The printing system 10 includes various components that perform process control and analysis. In this regard, an image system analyzer 72 receives the images captured by the image capture devices 50 a-50 c respectively located downstream of each printhead T2-T4 to determine whether the ink marks printed by the respective printheads T1-T4 are aligned relative to each other as expected if aligned properly. In general, the image system analyzer 72 converts the images into bit maps, identifies each of the test marks, and determines their locations within the image, and calculates their alignment relative to each other in both the x and y directions, if any. Based on the result, the image system analyzer 72 sends a signal to the process controller 80. The printing system also includes a clock 75 that creates a clock pulse train. The clock 75 communicates with the process controller 80, which, if necessary, uses the clock pulse train to create a frequency shifted pulse train for each of the printheads T2, T3 and T4. It is noted that, in a four ink system, three images are captured with the initial ink mark not being imaged alone as there is no relative relationship by which the initial mark may be analyzed for correctness.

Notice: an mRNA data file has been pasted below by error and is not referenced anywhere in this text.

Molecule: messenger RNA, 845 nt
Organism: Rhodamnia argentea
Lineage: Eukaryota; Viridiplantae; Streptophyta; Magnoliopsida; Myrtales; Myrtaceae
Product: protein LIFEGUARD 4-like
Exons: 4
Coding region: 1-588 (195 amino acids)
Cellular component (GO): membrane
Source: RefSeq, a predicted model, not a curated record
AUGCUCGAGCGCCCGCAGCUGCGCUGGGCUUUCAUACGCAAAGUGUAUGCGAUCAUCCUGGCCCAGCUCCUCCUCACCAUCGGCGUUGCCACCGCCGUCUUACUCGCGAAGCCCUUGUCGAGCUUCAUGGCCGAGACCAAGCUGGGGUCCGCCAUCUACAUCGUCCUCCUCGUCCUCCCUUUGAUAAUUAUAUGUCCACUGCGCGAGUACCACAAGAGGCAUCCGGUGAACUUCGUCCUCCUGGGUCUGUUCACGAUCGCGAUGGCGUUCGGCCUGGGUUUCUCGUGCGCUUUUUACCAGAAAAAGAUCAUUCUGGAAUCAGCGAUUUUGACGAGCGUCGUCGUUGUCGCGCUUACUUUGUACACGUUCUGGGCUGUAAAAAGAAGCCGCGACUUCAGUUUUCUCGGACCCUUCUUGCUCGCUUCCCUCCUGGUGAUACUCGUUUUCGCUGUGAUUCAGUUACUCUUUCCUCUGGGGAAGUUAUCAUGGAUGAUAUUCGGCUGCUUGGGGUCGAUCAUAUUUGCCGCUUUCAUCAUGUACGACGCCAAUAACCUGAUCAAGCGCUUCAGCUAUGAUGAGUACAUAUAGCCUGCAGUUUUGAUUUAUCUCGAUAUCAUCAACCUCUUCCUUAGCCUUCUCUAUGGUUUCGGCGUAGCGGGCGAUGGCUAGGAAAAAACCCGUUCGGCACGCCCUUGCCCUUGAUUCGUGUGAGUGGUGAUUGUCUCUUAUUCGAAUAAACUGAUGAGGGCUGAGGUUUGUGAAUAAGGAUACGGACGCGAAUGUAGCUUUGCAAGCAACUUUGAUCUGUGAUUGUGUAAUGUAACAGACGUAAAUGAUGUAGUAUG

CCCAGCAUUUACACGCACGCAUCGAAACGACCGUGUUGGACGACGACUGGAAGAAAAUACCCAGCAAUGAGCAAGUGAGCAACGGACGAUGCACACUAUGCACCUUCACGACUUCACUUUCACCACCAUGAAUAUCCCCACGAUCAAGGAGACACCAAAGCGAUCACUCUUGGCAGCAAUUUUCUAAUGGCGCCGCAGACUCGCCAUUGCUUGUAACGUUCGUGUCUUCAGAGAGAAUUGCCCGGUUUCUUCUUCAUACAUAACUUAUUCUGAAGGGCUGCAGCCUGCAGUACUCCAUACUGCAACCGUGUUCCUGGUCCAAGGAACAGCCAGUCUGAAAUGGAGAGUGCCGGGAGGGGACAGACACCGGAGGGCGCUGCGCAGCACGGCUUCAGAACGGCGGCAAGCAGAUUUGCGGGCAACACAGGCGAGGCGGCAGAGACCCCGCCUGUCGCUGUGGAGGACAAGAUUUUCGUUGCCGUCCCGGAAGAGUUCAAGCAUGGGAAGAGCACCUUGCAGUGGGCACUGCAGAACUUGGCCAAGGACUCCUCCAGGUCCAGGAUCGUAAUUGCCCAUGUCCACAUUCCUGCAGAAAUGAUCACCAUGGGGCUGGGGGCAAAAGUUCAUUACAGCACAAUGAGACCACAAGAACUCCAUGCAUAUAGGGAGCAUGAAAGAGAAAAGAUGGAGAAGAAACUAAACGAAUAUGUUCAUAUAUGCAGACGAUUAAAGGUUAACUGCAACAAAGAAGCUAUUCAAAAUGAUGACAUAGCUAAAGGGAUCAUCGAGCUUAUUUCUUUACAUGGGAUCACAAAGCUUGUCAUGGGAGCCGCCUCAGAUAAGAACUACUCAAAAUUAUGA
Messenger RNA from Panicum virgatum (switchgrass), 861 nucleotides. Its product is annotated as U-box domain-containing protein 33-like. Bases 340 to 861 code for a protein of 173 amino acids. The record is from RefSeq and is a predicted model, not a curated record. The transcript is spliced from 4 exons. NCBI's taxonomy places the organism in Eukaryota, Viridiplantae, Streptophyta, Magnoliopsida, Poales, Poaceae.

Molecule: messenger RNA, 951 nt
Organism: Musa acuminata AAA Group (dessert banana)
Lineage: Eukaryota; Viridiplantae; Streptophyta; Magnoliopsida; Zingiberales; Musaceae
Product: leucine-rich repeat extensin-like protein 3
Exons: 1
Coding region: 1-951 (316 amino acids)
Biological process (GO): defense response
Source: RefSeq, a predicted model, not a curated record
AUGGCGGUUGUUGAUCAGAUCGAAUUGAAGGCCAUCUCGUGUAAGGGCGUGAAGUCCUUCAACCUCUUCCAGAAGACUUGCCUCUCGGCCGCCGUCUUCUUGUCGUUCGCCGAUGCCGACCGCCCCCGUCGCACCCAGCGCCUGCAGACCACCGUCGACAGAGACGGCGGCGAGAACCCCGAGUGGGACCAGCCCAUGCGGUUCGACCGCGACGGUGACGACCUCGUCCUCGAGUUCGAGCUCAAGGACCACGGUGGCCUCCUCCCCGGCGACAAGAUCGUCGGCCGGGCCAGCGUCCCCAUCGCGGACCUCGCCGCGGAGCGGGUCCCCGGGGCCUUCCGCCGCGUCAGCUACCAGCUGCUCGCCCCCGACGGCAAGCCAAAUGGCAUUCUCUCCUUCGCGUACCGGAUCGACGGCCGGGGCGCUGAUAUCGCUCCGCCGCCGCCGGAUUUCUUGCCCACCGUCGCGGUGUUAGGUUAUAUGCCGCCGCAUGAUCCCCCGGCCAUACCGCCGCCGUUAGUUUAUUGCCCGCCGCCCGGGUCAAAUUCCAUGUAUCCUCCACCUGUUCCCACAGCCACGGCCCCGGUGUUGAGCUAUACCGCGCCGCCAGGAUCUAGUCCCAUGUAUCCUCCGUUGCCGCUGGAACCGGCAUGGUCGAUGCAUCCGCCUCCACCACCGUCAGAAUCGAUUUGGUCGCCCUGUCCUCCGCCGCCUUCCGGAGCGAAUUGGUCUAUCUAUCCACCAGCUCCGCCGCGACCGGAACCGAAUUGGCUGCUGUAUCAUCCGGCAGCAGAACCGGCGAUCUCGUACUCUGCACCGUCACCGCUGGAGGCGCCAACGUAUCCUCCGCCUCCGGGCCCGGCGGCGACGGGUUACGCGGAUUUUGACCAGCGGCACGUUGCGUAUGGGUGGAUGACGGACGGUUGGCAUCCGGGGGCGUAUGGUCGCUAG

An encoder 90 is used to monitor the motion (in the direction of the arrow) of the print media 20 through the printing system 10. Typically the encoder 90 is in the form of a rotary encoder that creates a defined number of pulses per revolution. The rotary encoder is connected to a roller or wheel (not shown) that is rotated by the moving paper. The circumference of the wheel or roller, in combination with the defined number of pulses per revolution of the rotary encoder 90, determines the number of encoder pulses per centimeter or inch of paper travel. The output of the encoder 90, in the form of an encoder pulse train, is used by the process controller 80 for controlling the placement of the print media 20 along the direction of print media travel. Typically the spacing of pixels in the in-track direction (along the direction of paper motion) corresponds to N times the spacing between encoder pulses, where N is a small (<10) integer. To properly print a multi-color document, the print data sent to each printhead T2-T4 downstream of the first printhead T1 must be delayed by increasing amounts relative to the data of first printhead. These delays are normally defined in terms of a delay count or the number of the encoder pulses that correspond to the spacing along the paper path of the printheads T2-T4 from the first printhead T1. For example, if the second printhead T2 is located 8.5 inches downstream of the first printhead T1 and the encoder 90 produces 600 pulses per inch, the print data to the second printhead T2 would be delayed by 5100 pulses relative to the data to the first printhead T1.